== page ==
A nice lady called and wanted to know if I could write up an application for $500K for her small, one year old organization. Here is the entire announcement as it was forwarded to me:
Blackstone Charitable Foundation
Program(s): Employment, Economic Development, Job Related and Business Grants
Maximum Grant Amount: $5,000,000 Total Funding Available
Deadline: October 12, 2015
The Blackstone Charitable Foundation is accepting applications for the 2016 Blackstone Innovation Grants program, an annual program that awards a series of targeted grants to innovative organizations focused on entrepreneurship and job growth. Now in the fourth year of the program, the Foundation will award up to $5 million in grants to organizations that are tackling the big challenges facing entrepreneurs and entrepreneurial ecosystems.
Eligible organizations and programs may apply for one of two funding tracks:
BIG Program/Project Grants - Organizations with an existing track record of success may apply for funding for a specific program/project (new or existing) that addresses a major systemic challenge facing an entrepreneurial ecosystem and has the potential to be scaled and replicated.
BIG Event Grants - Established organizations may apply for funding for a specific event or convening that accelerates the conversation around entrepreneurship on a regional, national and/or global scale.
Organizations will be evaluated and selected by a committee and subsequently approved by the Board of the Blackstone Charitable Foundation.
To be eligible to apply, organizations must be at least three years old and have an annual operating budget greater than $1,000,000. (Italics are mine).
Obviously, the lady's brand-new organization doesn't qualify. Now don't get me wrong. There is nothing wrong with shooting for the stars. But hiring someone to write a grant you can't possibly qualify for is just plain bad business.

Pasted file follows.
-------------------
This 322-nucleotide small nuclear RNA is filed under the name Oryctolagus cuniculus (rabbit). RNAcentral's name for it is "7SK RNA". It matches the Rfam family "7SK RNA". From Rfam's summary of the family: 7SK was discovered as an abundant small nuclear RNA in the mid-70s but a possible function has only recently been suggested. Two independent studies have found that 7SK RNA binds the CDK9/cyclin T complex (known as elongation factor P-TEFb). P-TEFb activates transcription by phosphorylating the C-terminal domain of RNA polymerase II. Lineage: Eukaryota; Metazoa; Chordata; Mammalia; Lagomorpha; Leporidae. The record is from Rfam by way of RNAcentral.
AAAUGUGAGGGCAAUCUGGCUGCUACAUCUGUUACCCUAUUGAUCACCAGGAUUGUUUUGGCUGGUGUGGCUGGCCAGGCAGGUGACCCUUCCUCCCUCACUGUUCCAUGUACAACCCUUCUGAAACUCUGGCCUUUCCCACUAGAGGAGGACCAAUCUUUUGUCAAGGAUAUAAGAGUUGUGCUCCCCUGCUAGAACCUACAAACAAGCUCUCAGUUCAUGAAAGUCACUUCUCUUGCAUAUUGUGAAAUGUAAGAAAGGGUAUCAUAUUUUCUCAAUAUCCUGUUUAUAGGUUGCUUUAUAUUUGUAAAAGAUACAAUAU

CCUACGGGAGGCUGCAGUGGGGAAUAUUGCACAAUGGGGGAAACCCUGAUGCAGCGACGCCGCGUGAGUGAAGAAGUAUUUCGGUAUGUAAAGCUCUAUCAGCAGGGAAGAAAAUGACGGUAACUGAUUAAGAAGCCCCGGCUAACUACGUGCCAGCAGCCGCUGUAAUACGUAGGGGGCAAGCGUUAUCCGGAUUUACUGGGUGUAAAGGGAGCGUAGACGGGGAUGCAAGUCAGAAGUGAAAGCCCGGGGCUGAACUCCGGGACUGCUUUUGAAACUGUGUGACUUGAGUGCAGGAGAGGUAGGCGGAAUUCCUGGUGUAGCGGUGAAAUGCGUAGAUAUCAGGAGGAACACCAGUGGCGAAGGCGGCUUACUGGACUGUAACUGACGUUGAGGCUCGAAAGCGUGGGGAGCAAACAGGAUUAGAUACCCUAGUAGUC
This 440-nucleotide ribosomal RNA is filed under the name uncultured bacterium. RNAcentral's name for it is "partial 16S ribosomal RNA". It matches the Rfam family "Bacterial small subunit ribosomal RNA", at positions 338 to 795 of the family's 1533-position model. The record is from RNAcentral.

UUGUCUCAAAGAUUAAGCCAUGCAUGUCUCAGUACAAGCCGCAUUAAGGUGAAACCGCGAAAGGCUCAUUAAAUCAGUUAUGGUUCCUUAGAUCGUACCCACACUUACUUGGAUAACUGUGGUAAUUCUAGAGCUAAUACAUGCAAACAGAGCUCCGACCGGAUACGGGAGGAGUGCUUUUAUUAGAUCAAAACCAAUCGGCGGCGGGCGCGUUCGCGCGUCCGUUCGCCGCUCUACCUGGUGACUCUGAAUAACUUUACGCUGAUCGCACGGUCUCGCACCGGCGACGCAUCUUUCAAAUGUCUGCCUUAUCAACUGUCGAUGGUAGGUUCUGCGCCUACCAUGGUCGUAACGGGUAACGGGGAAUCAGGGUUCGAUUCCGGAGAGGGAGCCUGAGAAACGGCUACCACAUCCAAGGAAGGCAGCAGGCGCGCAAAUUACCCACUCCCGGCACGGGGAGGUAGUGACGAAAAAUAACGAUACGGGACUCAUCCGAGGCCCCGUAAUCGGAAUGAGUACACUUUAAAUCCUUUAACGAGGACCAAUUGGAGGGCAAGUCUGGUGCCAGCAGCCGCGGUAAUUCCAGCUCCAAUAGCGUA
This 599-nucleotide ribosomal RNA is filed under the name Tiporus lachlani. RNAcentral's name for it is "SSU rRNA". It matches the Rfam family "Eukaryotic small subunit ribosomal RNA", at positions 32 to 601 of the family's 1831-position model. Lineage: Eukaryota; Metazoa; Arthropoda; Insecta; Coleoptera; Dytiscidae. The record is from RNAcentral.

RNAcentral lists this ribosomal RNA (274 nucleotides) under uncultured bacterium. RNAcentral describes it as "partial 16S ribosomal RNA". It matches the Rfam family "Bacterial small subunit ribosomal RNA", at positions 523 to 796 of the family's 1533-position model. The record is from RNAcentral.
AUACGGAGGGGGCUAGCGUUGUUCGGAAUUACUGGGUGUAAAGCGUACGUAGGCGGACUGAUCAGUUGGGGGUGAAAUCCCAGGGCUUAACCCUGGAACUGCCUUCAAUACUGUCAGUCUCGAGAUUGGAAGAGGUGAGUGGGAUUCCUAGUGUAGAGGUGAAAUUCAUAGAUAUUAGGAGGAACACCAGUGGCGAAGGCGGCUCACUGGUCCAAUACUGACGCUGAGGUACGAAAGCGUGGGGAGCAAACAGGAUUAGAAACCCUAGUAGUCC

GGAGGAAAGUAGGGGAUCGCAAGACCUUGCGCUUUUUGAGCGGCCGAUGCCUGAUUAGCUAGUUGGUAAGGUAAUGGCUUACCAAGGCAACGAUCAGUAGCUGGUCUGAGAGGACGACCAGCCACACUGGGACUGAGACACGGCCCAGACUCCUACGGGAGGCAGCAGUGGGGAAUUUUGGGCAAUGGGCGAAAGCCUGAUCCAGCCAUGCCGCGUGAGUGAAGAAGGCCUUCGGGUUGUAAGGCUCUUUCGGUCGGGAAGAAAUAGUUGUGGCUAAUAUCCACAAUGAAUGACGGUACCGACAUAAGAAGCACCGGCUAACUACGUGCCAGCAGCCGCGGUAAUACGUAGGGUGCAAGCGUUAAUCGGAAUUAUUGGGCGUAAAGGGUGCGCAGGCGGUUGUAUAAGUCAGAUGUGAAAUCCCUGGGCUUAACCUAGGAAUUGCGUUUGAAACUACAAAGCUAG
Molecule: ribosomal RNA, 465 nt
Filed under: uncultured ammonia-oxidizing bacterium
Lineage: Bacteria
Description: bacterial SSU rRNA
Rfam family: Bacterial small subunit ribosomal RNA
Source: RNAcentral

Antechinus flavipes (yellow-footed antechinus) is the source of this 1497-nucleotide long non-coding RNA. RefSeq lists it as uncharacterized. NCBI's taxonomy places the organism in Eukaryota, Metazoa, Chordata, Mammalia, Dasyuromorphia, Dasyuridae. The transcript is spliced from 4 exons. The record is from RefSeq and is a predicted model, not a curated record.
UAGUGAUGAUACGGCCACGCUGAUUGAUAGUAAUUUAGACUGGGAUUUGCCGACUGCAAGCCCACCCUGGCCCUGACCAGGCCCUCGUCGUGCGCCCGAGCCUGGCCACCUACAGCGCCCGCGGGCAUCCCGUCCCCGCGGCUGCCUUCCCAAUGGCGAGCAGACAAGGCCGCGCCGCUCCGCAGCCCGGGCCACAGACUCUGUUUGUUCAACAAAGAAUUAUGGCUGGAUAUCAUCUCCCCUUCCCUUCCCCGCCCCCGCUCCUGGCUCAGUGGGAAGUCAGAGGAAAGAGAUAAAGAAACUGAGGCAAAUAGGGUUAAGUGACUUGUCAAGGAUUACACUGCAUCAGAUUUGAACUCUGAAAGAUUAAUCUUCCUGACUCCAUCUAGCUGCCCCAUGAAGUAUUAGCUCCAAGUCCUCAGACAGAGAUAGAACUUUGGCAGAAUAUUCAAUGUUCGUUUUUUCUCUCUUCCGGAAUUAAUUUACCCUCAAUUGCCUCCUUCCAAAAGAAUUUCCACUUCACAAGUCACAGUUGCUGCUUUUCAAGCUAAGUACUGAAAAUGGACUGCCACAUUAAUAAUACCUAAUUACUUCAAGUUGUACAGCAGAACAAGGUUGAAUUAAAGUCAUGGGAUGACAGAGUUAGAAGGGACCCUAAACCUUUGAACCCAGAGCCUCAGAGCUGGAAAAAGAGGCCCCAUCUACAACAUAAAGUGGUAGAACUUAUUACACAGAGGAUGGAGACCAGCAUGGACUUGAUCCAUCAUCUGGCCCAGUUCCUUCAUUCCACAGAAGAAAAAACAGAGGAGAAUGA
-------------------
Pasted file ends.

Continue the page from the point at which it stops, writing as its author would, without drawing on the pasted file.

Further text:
Moral: read the whole grant announcement. The lady got as far as the first 2-3 paragraphs and quit reading at "(new or existing)". The good news is, I have been able to find her a grantor that does match her organization well, although the amount is certainly not as large as she wanted.
Big grants normally require substantial organizational strength. That's normally why I don't write Federal grants or large foundation grants for new organizations.
Yes, it would be nice if these grant announcements would lead with the eligibility guidelines first. Federal grants are historically notoriously bad for being ambiguous or at least indefinite about what level of nonprofit they are written to attract. Just saying you have to be a 501(c)(3) to apply leads to a lot of wasted time, money and ink.
Still, if you read the whole announcement, at some point you can probably get a clue that your organization can't complete the requirements.
The good news is, there are almost always grantors out there that will match up well with your level of development.
In fact, one largely overlooked area is in development grants. For some reason, people just aren't looking for grants specifically designed to improve their overall organizational capability or provide board or staff training.
It's true that only about one in ten grant applications are funded. You can improve your chances by making sure that your organization and the grantor match up well and that includes reading the entire announcement.
If you have a question about applying for a grant, feel free to contact me at firstname.lastname@example.org.